February 4, 2014

The Internet Killed the Luxury Brand


At the beginning of January I was having a discussion about fashion with a colleague at work -  he's Italian and his family is involved with the fashion industry in Milan, so that makes him an expert, right? We have a similar chat every season, however, this time it was different, not because I missed our previous season's discussion but because my views have changed - you've probably noticed I rarely write about fashion anymore. He asked me who and what I was watching and I said no one. I'm done with those shows and mass marketed pseudo luxury.

You see, back in the olden days before the Internet, fashion bloggers, and phony street style street style blogs, one of the defining aspects of a luxury item was the exclusivity of the item itself. One never, well at least in Vancouver, saw an Hermes bag for example, in real life. I remember going to LA in the early 90s and being awe struck over actually seeing people - in real life - wearing the luxury pieces I'd seen only in magazines - well not so much in awe, but maybe blown away that someone actually spent that much money, after all, it was the grunge era, but you know what I mean. The price, back then, signified high quality - hence luxury. Exclusivity was one of the defining aspects of luxury brands that actually made them luxury. One rarely, if ever, saw the pieces except for on the pages of magazines.

Now, because of the Internet, we see these luxury brands everywhere. How many times have you seen that bloody Givenchy sweatshirt with the rottweiler on it or the green Kenzo one with the tiger? Do you think a sweatshirt is luxury? I do, only if it's my thirty year old Oregon Ducks one I borrowed from my buddy in 1986 (and my husband wants to burn).

Today's silly nouveau riche, and their sixteen year old Lamborghini driving children, have turned what were once luxury brands into nothing more than mass marketed, mass consumed, cheaply produced crap. In the music industry the term is, It's not the band it's their fans. For Gucci, the term was Victoria Beckham. For the Le Corbusier estate it was people in general.

To quell this disaster marketers have had to coin a new term - ultra luxury.  The term luxury, like the term hang in there - has become meaningless.

So, my colleague and I, at the end of our conversation, could not come to an agreement on how low the Prada side part should go, but we did, without debate, agree that Karl Lagerfeld should retire.



2 comments:

  1. I would wonder why Karl Lagerfeld puts his face everywhere, diet coke, macy's, videos games, safety cones, clothing line after clothing line, being at Fendi and Chanel, it can't be because he needs the money! Though what's popular on the internet should be taken with a grain of salt, as it's very different from what popular in "real life." The average person would not know (or care) the difference between an Hermes bag from a Chanel unless there is a very obvious branding on it. Versus on the internet, you'd think they handed out Chanel 2.55s (and New Balance sneakers) for free! I too think exclusivity should be a factor in luxury. Take for example in the county I live in (say 25 mi. radius), there are 3 Louis Vuitton within 30 minutes of each other, and that's not even counting the Louis Vuittons within the department stores. And furthermore, Vuitton is sold all over the world, and you can even buy Vuitton without leaving the house from their online store. I'm not knocking them, Vuitton does beautiful things, but it does make one go "hmmm..." that their products while having luxury prices, are not exactly "exclusive" because whoever wants them can easily access them.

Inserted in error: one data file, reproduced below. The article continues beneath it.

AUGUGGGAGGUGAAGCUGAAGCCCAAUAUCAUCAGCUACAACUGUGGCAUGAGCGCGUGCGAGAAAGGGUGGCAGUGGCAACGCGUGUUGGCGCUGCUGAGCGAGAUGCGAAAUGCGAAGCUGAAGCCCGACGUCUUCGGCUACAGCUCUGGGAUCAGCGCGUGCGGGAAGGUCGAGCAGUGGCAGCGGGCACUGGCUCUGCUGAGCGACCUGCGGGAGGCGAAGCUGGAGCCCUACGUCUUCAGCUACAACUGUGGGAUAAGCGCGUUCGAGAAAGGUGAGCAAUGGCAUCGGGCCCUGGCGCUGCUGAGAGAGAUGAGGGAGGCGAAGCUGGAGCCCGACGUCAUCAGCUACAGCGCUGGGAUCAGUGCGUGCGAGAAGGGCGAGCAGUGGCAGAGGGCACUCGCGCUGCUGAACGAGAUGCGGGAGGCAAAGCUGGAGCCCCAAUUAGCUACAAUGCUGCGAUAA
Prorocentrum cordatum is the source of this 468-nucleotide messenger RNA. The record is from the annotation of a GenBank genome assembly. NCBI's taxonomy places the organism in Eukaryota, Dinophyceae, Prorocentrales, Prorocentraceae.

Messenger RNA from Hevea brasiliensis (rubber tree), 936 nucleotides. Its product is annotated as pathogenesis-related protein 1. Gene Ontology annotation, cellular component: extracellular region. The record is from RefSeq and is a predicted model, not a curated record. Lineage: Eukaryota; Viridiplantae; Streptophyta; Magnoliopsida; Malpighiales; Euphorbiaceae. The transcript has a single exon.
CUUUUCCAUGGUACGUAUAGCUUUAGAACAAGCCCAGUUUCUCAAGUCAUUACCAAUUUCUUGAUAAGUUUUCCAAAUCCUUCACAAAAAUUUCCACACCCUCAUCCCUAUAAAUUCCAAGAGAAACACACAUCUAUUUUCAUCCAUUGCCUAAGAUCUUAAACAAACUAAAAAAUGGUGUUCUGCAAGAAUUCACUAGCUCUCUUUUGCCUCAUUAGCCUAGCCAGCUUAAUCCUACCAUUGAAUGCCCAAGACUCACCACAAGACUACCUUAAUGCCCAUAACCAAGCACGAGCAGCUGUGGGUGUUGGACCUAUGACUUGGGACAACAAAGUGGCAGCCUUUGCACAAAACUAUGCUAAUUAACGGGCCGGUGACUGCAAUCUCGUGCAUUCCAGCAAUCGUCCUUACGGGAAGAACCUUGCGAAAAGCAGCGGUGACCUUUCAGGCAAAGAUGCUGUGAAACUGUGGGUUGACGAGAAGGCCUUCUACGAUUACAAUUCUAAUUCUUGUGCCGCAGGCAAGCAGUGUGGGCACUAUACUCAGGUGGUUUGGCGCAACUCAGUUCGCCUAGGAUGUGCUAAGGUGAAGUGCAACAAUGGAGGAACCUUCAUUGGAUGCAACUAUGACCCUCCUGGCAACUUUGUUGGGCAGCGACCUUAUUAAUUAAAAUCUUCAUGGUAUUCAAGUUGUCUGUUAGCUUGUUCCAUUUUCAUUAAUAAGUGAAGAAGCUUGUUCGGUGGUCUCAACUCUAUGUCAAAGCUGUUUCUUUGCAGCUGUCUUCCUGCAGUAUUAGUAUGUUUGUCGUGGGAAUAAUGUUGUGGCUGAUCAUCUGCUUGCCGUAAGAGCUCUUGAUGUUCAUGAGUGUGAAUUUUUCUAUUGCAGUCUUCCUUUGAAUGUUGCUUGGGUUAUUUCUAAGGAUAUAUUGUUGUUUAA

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  2. Exactly! I read something somewhere about how "luxury" brands have a hard time with e-retail because of the very fact you can buy them anywhere now - even Amazon (where you can buy it cheaper for what the brand itself sells it for). Consumers are "show rooming", that is, trying stuff on in the stand alone store and then shopping around online to find it cheaper. The argument is that smaller, more unique brands will be more successful online because of this - they are unique and hard to find - less chance of "show rooming". It used to be that way when eBay first started. Back in 1999 I was averaging around $250 per vintage leather coat I sold on the platform - now you can't even sell them for $25. So, there we have it Economics 101 - supply and demand. The Internet, in a sense, is skewing demand. P, you've nailed it on the head - one would think they were giving the stuff away for free (and they may very well be doing so). These" luxury brands for the Joneses" (I'll borrow your term) are popping up like bad product placements in movies and TV shows.

    Give the Le Corbusier case a read - I found the actual formal complaint online somewhere. The estate argued that by having certain chairs freely and randomly appear in certain images (eg a business setting), Average Joe would see them in this setting and hence cheapen the product. The average person would see the chair in the ad and think 'Hey, cool chair' and go and find some knock off not even realizing what they were buying was a knock off piece of design history - a piece that's worth thousands of dollars, not $199. The Le Corbusier estate successfully sued Getty Images.

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Thanks for taking the time to leave your comment.

All the best, Stacy

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